And the dinner menu offers quite sophisticated starter courses, such as tabs of grilled Hawaiian butterfish ($10), set up like a lean-to over a salad of ramen noodles and wakame (the translucent green threads of seaweed familiar to sushi lovers), with a wading pool of wasabi cream to one side.
All noodles might be starch, but at Noodle Theory, not all starch is noodles. There's a wonderful soft bun, for instance, that serves as the basis for the chicken katsu sandwich ($10), whose guts consist of a panko-crusted filet and a purplish smear of Asian slaw. The bun was fabulous and the filet juicy-crisp, while the slaw slightly disappointed despite its rich color. But the taro-root chips on the side gave some consolation.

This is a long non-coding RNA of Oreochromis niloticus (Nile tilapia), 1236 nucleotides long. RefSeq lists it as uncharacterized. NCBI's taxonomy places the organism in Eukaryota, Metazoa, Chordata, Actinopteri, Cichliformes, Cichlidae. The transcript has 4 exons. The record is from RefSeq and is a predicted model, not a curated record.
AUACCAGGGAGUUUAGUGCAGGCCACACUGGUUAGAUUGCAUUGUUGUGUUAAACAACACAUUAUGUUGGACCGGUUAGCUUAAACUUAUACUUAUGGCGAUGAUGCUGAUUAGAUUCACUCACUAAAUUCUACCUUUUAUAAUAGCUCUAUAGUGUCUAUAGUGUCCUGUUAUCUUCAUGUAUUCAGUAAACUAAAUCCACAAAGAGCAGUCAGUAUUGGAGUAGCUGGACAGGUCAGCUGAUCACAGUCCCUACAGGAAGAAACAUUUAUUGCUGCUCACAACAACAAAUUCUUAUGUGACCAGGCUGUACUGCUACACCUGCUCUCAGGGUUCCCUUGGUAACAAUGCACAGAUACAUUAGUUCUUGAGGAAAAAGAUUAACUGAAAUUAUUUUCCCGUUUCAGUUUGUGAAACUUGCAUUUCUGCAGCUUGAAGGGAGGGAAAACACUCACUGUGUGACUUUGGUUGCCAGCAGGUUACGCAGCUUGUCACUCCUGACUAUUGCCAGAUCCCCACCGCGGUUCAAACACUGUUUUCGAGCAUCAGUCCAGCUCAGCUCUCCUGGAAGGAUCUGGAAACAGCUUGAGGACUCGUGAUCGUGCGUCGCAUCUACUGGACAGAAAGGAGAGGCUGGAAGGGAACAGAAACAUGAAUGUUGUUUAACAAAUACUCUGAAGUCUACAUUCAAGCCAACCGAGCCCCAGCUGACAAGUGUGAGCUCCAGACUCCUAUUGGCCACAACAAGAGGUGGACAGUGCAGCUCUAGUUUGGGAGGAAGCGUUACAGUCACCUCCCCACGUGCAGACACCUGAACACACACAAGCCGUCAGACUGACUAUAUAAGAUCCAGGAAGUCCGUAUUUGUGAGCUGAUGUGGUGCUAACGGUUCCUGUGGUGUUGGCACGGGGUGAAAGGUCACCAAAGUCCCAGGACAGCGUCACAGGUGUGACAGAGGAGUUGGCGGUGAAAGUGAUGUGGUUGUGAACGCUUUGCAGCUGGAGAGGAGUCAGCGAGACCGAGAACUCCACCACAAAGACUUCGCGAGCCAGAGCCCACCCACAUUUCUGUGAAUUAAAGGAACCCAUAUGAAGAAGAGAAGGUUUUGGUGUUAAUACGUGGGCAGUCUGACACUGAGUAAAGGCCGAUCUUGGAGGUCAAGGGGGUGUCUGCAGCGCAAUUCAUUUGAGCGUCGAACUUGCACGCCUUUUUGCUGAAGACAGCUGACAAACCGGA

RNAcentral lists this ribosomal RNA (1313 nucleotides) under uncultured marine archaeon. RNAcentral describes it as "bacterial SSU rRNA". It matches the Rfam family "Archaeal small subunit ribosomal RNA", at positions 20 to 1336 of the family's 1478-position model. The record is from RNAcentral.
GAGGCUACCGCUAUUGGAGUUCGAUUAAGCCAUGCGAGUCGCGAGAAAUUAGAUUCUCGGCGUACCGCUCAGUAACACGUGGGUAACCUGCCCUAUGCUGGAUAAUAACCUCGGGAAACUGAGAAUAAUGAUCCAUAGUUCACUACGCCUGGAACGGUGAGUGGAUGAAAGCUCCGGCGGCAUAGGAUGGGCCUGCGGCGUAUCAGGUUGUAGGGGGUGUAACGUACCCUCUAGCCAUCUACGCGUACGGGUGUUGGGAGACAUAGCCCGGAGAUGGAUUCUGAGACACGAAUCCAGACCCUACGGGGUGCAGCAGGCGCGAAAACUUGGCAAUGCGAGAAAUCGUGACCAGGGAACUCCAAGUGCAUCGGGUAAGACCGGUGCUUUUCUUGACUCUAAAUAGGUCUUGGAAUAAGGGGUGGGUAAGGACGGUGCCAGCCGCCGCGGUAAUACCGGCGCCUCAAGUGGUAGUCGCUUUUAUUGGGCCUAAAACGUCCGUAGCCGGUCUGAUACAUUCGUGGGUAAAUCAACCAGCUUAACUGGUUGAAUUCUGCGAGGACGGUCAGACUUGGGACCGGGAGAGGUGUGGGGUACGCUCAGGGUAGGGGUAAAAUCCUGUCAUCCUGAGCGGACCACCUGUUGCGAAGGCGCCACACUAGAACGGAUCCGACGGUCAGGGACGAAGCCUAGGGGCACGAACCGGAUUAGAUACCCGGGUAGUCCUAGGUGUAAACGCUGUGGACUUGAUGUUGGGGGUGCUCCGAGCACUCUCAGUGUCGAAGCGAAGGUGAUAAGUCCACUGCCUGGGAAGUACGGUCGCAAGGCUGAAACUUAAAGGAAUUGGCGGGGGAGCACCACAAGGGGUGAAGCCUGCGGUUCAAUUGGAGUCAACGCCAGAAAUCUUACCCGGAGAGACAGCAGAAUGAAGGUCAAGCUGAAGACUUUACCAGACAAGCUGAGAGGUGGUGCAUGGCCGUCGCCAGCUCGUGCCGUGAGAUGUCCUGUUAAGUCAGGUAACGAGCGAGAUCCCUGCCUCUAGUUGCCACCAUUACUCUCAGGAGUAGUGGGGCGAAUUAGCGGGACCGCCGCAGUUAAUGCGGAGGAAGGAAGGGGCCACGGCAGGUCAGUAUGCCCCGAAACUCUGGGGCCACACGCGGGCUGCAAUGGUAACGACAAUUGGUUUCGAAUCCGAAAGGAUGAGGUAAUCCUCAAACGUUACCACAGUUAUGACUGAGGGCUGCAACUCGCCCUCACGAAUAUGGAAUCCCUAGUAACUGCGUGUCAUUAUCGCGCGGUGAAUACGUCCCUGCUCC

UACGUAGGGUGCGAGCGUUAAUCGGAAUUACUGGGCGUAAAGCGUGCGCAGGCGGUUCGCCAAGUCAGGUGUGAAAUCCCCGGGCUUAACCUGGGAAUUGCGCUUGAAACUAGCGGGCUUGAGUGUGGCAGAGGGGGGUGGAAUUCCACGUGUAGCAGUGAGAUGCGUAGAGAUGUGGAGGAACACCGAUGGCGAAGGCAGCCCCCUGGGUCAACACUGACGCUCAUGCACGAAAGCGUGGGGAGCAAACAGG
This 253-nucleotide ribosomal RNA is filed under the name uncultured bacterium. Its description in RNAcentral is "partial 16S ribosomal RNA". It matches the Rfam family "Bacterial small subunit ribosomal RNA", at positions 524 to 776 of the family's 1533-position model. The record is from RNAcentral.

As for sweet starch: how about the doughnut holes ($8), a stack of a half-dozen or so beignet-like disks, dusted with sugar and ready for dipping into either butterscotch or chocolate ganache sauce? In addition to being one of the few items on the menu without a discernible Asian influence, the doughnut holes are sublime and nicely proportioned. They're just enough for two people to share without feeling that they will soon need CPR or being so bloated that they will have to lie down on a futon to sleep it off.
Lunch: Mon., Wed.Fri., 11:30 a.m.3 p.m.;
Sat.Sun., 11:30 a.m.5 p.m.
Dinner: Mon., Wed.-Sat., 510 p.m.; Sun., 5-9 p.m.
3242 Scott, SF
Beer and wine